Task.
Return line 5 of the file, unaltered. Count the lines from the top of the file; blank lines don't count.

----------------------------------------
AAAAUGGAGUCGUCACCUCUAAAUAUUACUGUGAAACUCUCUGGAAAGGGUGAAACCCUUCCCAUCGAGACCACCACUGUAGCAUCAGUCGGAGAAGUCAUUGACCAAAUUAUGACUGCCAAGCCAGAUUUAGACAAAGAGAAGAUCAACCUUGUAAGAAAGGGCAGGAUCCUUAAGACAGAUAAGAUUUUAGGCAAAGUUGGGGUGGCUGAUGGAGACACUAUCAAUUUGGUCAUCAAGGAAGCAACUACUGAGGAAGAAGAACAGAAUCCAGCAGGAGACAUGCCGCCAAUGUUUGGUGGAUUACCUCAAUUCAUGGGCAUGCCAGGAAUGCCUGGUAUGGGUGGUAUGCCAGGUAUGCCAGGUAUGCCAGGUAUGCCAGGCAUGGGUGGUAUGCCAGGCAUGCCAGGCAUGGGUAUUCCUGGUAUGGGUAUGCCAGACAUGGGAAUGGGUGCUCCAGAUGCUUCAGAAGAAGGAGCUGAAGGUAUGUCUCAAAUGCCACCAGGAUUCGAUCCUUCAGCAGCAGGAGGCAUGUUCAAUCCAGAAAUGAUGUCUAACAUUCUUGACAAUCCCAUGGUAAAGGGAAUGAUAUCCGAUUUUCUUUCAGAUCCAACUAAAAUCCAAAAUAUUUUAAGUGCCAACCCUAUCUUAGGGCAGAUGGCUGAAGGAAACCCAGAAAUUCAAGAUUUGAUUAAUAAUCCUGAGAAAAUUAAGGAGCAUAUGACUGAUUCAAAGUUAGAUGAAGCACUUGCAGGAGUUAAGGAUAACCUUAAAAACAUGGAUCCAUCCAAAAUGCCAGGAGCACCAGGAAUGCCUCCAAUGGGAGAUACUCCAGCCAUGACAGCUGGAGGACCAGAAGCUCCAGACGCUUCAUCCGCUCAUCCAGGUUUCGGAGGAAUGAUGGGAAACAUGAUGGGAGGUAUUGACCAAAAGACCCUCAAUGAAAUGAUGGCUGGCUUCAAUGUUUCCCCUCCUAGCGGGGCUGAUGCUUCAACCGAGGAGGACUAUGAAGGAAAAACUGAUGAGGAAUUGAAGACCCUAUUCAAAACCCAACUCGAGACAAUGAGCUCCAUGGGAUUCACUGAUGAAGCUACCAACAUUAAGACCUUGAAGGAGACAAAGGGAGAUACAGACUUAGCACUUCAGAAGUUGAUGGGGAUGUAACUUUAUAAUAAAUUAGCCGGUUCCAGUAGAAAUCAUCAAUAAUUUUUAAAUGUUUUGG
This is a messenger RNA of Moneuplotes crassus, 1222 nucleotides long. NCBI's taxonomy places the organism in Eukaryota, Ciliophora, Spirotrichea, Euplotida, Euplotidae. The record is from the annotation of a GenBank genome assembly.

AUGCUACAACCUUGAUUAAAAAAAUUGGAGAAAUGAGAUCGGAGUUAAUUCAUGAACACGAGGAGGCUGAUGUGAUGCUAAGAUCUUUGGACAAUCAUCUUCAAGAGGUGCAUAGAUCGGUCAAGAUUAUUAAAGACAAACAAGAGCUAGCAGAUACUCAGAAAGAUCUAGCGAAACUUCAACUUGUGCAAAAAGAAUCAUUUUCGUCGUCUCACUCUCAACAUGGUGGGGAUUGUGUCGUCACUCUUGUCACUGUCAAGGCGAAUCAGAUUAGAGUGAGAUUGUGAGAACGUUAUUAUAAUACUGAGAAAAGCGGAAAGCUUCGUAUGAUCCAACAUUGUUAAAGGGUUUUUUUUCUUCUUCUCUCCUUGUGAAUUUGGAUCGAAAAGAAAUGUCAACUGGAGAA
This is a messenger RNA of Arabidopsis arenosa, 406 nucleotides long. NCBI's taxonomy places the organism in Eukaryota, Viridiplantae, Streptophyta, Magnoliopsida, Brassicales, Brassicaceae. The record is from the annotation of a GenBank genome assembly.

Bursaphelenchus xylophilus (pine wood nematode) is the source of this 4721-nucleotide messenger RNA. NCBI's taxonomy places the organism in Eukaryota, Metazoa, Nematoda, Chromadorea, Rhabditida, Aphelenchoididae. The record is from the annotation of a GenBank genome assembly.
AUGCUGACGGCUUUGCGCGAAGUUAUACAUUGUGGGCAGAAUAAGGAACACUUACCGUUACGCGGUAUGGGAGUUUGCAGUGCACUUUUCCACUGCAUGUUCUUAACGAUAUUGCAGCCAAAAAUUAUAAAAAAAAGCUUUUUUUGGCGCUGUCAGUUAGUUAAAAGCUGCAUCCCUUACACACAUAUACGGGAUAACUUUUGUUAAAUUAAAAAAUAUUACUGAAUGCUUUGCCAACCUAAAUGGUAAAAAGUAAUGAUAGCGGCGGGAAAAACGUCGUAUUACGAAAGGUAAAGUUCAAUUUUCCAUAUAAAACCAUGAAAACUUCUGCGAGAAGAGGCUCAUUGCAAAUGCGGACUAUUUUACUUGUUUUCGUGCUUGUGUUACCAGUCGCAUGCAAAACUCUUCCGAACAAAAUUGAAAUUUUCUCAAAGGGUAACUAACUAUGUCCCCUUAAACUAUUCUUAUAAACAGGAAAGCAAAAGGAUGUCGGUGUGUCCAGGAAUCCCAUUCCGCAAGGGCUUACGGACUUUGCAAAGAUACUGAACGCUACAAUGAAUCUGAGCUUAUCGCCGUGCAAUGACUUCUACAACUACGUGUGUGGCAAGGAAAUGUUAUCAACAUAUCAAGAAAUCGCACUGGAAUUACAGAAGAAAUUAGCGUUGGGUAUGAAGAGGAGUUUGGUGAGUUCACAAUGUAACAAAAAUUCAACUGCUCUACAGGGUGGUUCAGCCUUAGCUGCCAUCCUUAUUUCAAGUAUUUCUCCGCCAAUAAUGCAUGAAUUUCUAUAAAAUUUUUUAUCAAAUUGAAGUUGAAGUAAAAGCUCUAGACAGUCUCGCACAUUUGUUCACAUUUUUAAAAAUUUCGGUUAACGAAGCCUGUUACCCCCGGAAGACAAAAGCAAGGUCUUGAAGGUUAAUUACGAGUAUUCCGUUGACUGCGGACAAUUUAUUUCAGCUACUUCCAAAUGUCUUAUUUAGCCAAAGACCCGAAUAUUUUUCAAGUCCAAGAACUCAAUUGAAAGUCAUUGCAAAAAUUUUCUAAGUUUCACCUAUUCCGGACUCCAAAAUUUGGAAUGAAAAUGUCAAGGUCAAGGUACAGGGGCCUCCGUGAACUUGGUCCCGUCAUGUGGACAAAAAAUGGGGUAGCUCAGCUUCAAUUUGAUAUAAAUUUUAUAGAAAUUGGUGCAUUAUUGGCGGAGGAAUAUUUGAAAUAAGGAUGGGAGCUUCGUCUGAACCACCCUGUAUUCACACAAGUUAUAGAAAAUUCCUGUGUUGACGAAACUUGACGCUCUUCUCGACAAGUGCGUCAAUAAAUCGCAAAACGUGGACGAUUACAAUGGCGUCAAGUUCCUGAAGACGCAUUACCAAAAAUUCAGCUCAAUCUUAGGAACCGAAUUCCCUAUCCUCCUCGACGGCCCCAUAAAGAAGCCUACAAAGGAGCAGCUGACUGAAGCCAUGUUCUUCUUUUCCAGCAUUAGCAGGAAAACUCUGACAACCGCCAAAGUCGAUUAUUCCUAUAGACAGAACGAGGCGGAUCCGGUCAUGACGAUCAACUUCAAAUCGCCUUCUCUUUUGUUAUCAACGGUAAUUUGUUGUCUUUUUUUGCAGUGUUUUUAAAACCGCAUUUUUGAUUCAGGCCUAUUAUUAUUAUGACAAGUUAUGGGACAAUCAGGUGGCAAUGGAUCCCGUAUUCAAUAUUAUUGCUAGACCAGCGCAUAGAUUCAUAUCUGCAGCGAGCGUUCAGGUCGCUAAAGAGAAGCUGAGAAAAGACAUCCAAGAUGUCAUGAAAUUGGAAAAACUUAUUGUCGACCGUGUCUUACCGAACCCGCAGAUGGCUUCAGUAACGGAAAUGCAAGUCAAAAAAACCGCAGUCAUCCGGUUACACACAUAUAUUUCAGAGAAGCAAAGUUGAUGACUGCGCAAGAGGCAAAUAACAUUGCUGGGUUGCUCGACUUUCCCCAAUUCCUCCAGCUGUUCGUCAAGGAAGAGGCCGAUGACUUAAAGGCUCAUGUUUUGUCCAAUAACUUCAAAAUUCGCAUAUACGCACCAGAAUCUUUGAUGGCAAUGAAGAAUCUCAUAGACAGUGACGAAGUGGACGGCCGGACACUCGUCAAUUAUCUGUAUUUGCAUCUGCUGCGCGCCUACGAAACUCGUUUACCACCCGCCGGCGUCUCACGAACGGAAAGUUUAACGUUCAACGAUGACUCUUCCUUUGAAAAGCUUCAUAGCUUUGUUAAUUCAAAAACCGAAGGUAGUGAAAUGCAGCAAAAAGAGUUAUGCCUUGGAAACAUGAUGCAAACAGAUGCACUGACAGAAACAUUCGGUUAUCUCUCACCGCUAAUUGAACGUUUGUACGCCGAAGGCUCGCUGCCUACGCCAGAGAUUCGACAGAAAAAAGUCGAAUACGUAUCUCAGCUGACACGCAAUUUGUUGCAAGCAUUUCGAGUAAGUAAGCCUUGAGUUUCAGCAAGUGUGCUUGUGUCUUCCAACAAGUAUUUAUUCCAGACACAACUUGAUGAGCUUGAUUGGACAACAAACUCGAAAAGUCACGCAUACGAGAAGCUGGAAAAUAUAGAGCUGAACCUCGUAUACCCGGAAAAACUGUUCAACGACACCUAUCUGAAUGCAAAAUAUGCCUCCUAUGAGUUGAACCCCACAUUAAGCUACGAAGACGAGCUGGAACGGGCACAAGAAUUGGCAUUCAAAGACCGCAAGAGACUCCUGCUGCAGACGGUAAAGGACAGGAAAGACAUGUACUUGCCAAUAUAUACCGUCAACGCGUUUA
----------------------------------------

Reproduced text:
Bursaphelenchus xylophilus (pine wood nematode) is the source of this 4721-nucleotide messenger RNA. NCBI's taxonomy places the organism in Eukaryota, Metazoa, Nematoda, Chromadorea, Rhabditida, Aphelenchoididae. The record is from the annotation of a GenBank genome assembly.